Colquhounia coccinea

30 Nov

Colquhounia coccinea (08/11/2015, Kew Gardens, London)

Colquhounia coccinea (08/11/2015, Kew Gardens, London)

Position: Full sun

Flowering period: Late summer to autumn

Soil: Moist, well drained

Eventual Height: 2.5m

Eventual Spread: 2.5m

Hardiness: 8b, 9a, 9b, 10a

Family: Lamiaceae

Colquhounia coccinea is an evergreen shrub with a bushy habit. Its mid to blue/ green leaves are ovate to lanceolate with serrulate margins, up to 11cm long and 5cm across. Its leaves are aromatic when crushed. Its orange flowers are up to 25mm long and appear in whorls on terminal spikes.

Colquhounia coccinea Flower (08/11/2015, Kew Gardens, London)

Colquhounia coccinea Flower (08/11/2015, Kew Gardens, London)

Colquhounia coccinea, commonly known as Scarlet Flowered Colquhounia or Himalayan Mint Plant, is native to the west China region, including Nepal, Myanmar and Thailand. In its native habitat it grows on stony, grassy hillsides and thickets.

The etymological root of the binomial name Colquhounia is named after Sir Robert Colquhoun (? – 1838), a plant collector and patron of the Calcutta Botanical Gardens. Coccinea is from the Latin meaning ‘of scarlet colour’, in reference to the colour of the flower.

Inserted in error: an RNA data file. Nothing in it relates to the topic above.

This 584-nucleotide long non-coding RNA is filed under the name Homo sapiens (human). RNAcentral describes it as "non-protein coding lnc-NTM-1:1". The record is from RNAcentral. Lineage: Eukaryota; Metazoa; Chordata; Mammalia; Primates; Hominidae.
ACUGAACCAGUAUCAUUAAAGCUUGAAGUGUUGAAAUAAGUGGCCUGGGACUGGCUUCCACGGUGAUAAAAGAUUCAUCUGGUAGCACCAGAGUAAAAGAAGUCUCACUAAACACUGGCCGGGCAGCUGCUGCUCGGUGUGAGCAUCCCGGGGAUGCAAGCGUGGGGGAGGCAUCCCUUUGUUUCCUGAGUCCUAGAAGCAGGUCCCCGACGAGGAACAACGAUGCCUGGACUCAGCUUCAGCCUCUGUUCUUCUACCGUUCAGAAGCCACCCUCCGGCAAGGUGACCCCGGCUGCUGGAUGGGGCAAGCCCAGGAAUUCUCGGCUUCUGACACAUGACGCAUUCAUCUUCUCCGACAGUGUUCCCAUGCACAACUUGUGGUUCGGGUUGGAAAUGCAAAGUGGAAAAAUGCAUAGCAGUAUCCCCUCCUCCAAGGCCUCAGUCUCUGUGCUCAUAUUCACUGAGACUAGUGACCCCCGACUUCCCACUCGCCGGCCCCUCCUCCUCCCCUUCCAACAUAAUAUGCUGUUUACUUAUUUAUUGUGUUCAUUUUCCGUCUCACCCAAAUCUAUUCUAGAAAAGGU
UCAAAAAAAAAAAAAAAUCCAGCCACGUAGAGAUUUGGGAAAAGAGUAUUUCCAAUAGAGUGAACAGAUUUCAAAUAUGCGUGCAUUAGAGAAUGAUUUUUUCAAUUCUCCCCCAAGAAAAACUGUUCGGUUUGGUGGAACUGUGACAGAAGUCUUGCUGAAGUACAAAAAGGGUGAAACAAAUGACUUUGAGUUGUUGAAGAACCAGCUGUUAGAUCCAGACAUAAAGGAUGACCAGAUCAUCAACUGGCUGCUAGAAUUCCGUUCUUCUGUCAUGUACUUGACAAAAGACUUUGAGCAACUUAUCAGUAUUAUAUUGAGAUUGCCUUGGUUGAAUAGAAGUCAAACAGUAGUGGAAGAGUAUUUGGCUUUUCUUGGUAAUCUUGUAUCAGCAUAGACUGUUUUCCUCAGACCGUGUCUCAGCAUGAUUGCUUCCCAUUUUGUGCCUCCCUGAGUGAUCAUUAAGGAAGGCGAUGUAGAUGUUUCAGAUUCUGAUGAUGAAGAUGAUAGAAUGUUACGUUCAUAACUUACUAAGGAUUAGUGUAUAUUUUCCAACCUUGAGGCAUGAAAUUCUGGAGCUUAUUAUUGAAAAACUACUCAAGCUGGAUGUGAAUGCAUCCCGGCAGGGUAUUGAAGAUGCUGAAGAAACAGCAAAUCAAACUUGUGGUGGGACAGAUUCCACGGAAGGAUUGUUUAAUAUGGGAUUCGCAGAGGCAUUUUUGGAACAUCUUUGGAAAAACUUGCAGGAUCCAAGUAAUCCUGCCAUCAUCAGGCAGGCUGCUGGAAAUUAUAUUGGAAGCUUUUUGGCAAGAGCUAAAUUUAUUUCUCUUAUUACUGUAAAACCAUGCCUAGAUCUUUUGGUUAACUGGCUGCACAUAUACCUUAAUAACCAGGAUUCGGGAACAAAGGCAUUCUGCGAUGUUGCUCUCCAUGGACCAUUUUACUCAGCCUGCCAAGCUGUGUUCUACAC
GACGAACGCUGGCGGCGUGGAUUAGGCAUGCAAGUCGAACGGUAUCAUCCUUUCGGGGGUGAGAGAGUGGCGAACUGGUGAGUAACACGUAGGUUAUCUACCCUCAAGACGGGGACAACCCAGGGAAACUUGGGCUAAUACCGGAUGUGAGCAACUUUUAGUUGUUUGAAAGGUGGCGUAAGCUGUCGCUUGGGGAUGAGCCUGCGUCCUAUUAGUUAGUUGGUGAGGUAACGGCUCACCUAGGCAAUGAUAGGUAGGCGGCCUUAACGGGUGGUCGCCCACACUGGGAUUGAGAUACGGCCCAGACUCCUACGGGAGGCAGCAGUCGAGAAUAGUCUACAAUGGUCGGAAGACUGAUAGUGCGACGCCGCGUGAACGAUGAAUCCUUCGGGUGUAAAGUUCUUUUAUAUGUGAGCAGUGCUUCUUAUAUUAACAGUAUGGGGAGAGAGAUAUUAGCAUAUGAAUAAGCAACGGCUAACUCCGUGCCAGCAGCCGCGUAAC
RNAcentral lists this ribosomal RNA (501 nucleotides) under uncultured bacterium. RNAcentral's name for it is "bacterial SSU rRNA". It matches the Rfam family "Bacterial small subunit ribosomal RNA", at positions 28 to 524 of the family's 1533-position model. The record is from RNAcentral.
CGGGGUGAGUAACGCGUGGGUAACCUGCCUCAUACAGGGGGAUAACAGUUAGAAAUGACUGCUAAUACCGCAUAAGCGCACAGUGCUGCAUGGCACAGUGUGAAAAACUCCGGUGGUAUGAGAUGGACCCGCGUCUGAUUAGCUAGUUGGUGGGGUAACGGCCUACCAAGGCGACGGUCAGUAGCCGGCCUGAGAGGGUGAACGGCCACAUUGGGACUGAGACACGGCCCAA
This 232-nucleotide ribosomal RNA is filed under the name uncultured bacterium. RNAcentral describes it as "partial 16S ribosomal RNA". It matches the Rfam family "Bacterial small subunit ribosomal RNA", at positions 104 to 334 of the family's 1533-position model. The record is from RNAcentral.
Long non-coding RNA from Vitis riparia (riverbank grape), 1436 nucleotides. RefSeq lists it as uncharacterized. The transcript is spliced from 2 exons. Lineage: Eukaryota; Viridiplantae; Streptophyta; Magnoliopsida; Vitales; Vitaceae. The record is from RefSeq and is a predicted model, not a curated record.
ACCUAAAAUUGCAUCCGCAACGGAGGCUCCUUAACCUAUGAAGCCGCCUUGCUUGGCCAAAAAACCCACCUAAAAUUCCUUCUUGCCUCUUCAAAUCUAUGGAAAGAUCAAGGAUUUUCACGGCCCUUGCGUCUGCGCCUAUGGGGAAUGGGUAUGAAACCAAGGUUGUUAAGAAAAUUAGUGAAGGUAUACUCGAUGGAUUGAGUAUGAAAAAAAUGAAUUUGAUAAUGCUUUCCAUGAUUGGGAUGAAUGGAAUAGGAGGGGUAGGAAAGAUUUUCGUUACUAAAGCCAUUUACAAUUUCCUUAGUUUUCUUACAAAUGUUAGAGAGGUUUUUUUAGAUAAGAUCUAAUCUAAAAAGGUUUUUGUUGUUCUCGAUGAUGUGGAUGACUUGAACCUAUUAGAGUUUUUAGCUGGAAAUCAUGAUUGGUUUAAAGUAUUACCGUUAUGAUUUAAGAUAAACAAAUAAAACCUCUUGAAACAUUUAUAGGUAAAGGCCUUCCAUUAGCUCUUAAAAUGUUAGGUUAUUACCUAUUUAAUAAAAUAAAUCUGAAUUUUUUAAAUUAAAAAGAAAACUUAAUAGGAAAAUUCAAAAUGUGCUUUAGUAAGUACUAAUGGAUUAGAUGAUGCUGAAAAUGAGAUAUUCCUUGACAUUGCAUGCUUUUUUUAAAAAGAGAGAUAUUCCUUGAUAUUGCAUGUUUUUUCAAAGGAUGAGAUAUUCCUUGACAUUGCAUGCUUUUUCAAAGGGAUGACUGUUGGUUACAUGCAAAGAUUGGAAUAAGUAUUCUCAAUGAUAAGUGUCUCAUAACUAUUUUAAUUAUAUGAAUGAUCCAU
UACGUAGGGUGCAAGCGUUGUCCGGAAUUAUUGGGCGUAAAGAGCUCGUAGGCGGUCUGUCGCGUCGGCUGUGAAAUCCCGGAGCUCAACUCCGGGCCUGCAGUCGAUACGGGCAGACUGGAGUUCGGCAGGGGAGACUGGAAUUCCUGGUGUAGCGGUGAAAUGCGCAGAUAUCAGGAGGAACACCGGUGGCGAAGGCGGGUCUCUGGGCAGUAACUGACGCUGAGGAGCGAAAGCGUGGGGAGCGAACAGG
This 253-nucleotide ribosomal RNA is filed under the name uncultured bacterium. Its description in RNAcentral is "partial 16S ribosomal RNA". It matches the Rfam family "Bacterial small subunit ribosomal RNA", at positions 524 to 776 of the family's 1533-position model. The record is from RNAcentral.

The landscape architect may find Colquhounia coccinea useful as an attractice autumn flowering shrub. This plant prefers a sheltered position.

Colquhounia coccinea Leaf (08/11/2015, Kew Gardens, London)

Colquhounia coccinea Leaf (08/11/2015, Kew Gardens, London)

Ecologically, Colquhounia coccinea flowers are attractive to pollinating insects.

Colquhounia coccinea prefers moist, fertile, well-drained soils. It tolerates most pH of soil. This shrub dislikes wet soils.

Colquhounia coccinea requires little maintenance. This shrub may be pruned hard to encourage a compact habit.

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One Response to “Colquhounia coccinea”

  1. David Hollombe 02/12/2015 at 01:00 #

    Robert David Colquhoun 1786-1838 – became baronet on the death of his second oldest brother, George in 1812.

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